It's useful to know about the different types of check valves that are out there. Depending upon the industry you work in, you may need a different type of valve based upon the type of fluid as well as what its function is.
The ball check valve is one of the most popular check valves on the market. This specific valve is spring loaded, which helps to keep the valve shut. Reverse flow will keep ball moving toward the seat, which is how the seal is created. These valves are usually small and cheap, which is why they are so commonly used. They are most typically made of metal, however they can be made from other materials depending on the scenario in which they need to be used in.
Other flow check devices are known as a diaphragm check valve. What sets these apart is that there is a flexible rubber diaphragm in place to create a closed valve. As the pressure changes, the diaphragm is able to flex back and forth to allow the flow of a fluid. These can vary significantly based upon the overall diameter of the valve itself as well as the fluid. With fewer moving parts, it can be an advantageous valve to look into.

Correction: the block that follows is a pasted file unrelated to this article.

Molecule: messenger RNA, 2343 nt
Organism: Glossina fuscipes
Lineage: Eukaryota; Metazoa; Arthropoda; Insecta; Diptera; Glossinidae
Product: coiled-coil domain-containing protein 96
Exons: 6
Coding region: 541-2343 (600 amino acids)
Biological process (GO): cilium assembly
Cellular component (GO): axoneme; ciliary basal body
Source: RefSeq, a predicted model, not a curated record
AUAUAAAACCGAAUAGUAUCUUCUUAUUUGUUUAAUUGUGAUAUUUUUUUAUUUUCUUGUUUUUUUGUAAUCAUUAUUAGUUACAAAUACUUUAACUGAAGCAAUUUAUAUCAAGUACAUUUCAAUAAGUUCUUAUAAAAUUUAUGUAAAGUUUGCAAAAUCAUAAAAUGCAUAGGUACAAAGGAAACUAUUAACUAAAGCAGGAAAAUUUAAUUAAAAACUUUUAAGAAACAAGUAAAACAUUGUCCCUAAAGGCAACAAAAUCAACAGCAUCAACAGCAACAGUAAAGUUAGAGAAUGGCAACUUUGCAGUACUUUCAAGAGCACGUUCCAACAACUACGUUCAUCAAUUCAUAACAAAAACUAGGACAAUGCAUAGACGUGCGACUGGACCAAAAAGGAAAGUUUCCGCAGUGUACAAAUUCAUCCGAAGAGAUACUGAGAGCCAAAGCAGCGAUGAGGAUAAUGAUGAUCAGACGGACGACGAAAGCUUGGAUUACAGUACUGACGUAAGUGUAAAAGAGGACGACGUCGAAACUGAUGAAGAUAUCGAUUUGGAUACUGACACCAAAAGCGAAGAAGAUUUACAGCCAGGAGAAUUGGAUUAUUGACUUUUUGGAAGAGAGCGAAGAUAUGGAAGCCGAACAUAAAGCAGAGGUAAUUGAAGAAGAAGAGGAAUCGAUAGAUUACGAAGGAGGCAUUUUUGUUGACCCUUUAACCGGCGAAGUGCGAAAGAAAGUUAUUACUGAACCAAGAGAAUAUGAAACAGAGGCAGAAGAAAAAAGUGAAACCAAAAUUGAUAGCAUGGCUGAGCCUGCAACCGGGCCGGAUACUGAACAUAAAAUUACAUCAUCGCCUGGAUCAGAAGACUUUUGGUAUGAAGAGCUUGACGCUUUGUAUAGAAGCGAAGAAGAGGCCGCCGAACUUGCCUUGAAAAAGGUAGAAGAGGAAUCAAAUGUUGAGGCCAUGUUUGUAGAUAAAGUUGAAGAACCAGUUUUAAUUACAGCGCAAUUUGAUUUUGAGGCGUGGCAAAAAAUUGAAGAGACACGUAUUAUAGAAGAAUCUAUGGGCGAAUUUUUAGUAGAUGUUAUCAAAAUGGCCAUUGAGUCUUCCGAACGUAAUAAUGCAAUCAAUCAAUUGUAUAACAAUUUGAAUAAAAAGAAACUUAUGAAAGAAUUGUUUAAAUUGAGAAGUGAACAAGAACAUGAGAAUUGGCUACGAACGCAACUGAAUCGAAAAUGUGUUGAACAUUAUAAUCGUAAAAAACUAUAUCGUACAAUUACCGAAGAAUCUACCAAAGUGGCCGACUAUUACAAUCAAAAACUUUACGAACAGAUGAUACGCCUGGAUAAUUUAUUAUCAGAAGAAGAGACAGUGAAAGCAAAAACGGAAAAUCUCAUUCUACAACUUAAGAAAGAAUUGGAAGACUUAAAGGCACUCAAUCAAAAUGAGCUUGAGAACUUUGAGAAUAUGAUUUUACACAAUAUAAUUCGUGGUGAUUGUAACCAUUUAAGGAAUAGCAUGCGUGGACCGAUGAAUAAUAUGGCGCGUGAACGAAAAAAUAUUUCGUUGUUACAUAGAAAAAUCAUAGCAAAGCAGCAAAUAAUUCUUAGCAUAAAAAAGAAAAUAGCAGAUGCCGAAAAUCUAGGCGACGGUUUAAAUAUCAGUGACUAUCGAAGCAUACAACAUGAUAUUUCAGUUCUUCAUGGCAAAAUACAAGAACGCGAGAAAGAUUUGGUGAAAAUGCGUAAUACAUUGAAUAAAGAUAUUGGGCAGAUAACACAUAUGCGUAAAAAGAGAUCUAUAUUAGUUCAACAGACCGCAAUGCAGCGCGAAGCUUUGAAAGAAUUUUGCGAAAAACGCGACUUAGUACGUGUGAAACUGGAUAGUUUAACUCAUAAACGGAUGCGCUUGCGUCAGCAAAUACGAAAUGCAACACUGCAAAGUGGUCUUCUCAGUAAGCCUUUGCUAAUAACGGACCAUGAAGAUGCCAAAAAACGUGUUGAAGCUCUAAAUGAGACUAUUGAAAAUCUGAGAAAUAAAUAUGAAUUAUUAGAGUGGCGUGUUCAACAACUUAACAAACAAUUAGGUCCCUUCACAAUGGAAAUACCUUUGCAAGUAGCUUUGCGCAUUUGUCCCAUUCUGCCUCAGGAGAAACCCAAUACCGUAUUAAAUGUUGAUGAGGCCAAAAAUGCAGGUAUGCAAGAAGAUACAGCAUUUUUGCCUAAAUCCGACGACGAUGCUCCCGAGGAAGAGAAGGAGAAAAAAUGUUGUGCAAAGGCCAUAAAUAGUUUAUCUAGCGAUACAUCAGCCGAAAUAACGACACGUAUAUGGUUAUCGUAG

Stop-check valves are commonly used for backflow prevention because it has an override control that will stop the flow even if there is a pressure change or a direction of flow. It also allows you to deliberately shut the valve with an external mechanism. This way you have full control of the valve system and the flow of fluid regardless of pressure or direction. You may want one of these valves if you want the ability to stop the flow without waiting on a pressure change.
Swing mechanisms are commonly used in plumbing. This is because it uses what's known as a flapper valve where pressure holds it closed. There is a disc or other movable part that blocks the flow. It can also swing on the hinge, which is the case with firefighting. When there is no forward pressure at all, the gate stays shut. Otherwise it will open, which is why it is used with firefighting as well as will drainage systems to avoid the flow of sewage water.
Another type of check valve is the excess flow check valve. These excess flow valves are disc type valves held open by a spring but closed by excess flow from the line downstream. These valves are widely used in loading and unloading operations when a ruptured hose or disconnected line could cause a dangerous chemical or fuel release.